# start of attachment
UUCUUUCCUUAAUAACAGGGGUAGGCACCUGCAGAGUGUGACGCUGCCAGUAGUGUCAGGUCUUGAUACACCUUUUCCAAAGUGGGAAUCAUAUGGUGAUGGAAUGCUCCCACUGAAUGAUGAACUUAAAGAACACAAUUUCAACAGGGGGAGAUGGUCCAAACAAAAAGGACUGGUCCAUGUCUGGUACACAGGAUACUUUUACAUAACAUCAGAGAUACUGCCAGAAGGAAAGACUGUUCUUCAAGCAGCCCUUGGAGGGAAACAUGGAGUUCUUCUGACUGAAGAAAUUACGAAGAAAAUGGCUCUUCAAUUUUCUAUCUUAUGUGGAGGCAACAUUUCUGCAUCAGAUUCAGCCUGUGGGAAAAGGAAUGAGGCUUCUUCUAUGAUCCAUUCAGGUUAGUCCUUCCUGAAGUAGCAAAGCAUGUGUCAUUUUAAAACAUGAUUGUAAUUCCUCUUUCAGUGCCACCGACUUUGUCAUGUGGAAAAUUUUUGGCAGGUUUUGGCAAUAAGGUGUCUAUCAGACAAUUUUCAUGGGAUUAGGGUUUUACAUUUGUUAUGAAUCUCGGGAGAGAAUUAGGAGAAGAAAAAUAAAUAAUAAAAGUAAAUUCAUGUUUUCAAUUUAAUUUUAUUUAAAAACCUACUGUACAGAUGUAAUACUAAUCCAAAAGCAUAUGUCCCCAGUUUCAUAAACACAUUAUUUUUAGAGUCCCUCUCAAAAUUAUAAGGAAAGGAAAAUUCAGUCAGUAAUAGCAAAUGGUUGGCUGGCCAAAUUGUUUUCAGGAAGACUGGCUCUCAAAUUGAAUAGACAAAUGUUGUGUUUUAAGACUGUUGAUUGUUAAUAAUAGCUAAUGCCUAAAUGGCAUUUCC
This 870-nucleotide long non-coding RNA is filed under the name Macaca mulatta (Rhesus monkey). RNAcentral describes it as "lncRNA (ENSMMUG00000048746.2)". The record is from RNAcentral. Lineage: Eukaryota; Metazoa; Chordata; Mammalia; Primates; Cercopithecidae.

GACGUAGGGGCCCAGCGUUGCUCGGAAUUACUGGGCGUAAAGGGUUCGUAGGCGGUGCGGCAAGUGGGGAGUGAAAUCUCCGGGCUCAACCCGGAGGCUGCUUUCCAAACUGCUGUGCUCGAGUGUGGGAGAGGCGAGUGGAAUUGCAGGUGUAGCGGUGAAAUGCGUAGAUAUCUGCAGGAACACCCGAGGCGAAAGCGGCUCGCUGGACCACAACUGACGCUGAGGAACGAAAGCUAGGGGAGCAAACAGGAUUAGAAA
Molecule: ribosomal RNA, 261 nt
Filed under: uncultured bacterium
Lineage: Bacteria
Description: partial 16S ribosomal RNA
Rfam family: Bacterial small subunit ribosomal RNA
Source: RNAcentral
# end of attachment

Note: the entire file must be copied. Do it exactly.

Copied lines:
UUCUUUCCUUAAUAACAGGGGUAGGCACCUGCAGAGUGUGACGCUGCCAGUAGUGUCAGGUCUUGAUACACCUUUUCCAAAGUGGGAAUCAUAUGGUGAUGGAAUGCUCCCACUGAAUGAUGAACUUAAAGAACACAAUUUCAACAGGGGGAGAUGGUCCAAACAAAAAGGACUGGUCCAUGUCUGGUACACAGGAUACUUUUACAUAACAUCAGAGAUACUGCCAGAAGGAAAGACUGUUCUUCAAGCAGCCCUUGGAGGGAAACAUGGAGUUCUUCUGACUGAAGAAAUUACGAAGAAAAUGGCUCUUCAAUUUUCUAUCUUAUGUGGAGGCAACAUUUCUGCAUCAGAUUCAGCCUGUGGGAAAAGGAAUGAGGCUUCUUCUAUGAUCCAUUCAGGUUAGUCCUUCCUGAAGUAGCAAAGCAUGUGUCAUUUUAAAACAUGAUUGUAAUUCCUCUUUCAGUGCCACCGACUUUGUCAUGUGGAAAAUUUUUGGCAGGUUUUGGCAAUAAGGUGUCUAUCAGACAAUUUUCAUGGGAUUAGGGUUUUACAUUUGUUAUGAAUCUCGGGAGAGAAUUAGGAGAAGAAAAAUAAAUAAUAAAAGUAAAUUCAUGUUUUCAAUUUAAUUUUAUUUAAAAACCUACUGUACAGAUGUAAUACUAAUCCAAAAGCAUAUGUCCCCAGUUUCAUAAACACAUUAUUUUUAGAGUCCCUCUCAAAAUUAUAAGGAAAGGAAAAUUCAGUCAGUAAUAGCAAAUGGUUGGCUGGCCAAAUUGUUUUCAGGAAGACUGGCUCUCAAAUUGAAUAGACAAAUGUUGUGUUUUAAGACUGUUGAUUGUUAAUAAUAGCUAAUGCCUAAAUGGCAUUUCC
This 870-nucleotide long non-coding RNA is filed under the name Macaca mulatta (Rhesus monkey). RNAcentral describes it as "lncRNA (ENSMMUG00000048746.2)". The record is from RNAcentral. Lineage: Eukaryota; Metazoa; Chordata; Mammalia; Primates; Cercopithecidae.

GACGUAGGGGCCCAGCGUUGCUCGGAAUUACUGGGCGUAAAGGGUUCGUAGGCGGUGCGGCAAGUGGGGAGUGAAAUCUCCGGGCUCAACCCGGAGGCUGCUUUCCAAACUGCUGUGCUCGAGUGUGGGAGAGGCGAGUGGAAUUGCAGGUGUAGCGGUGAAAUGCGUAGAUAUCUGCAGGAACACCCGAGGCGAAAGCGGCUCGCUGGACCACAACUGACGCUGAGGAACGAAAGCUAGGGGAGCAAACAGGAUUAGAAA
Molecule: ribosomal RNA, 261 nt
Filed under: uncultured bacterium
Lineage: Bacteria
Description: partial 16S ribosomal RNA
Rfam family: Bacterial small subunit ribosomal RNA
Source: RNAcentral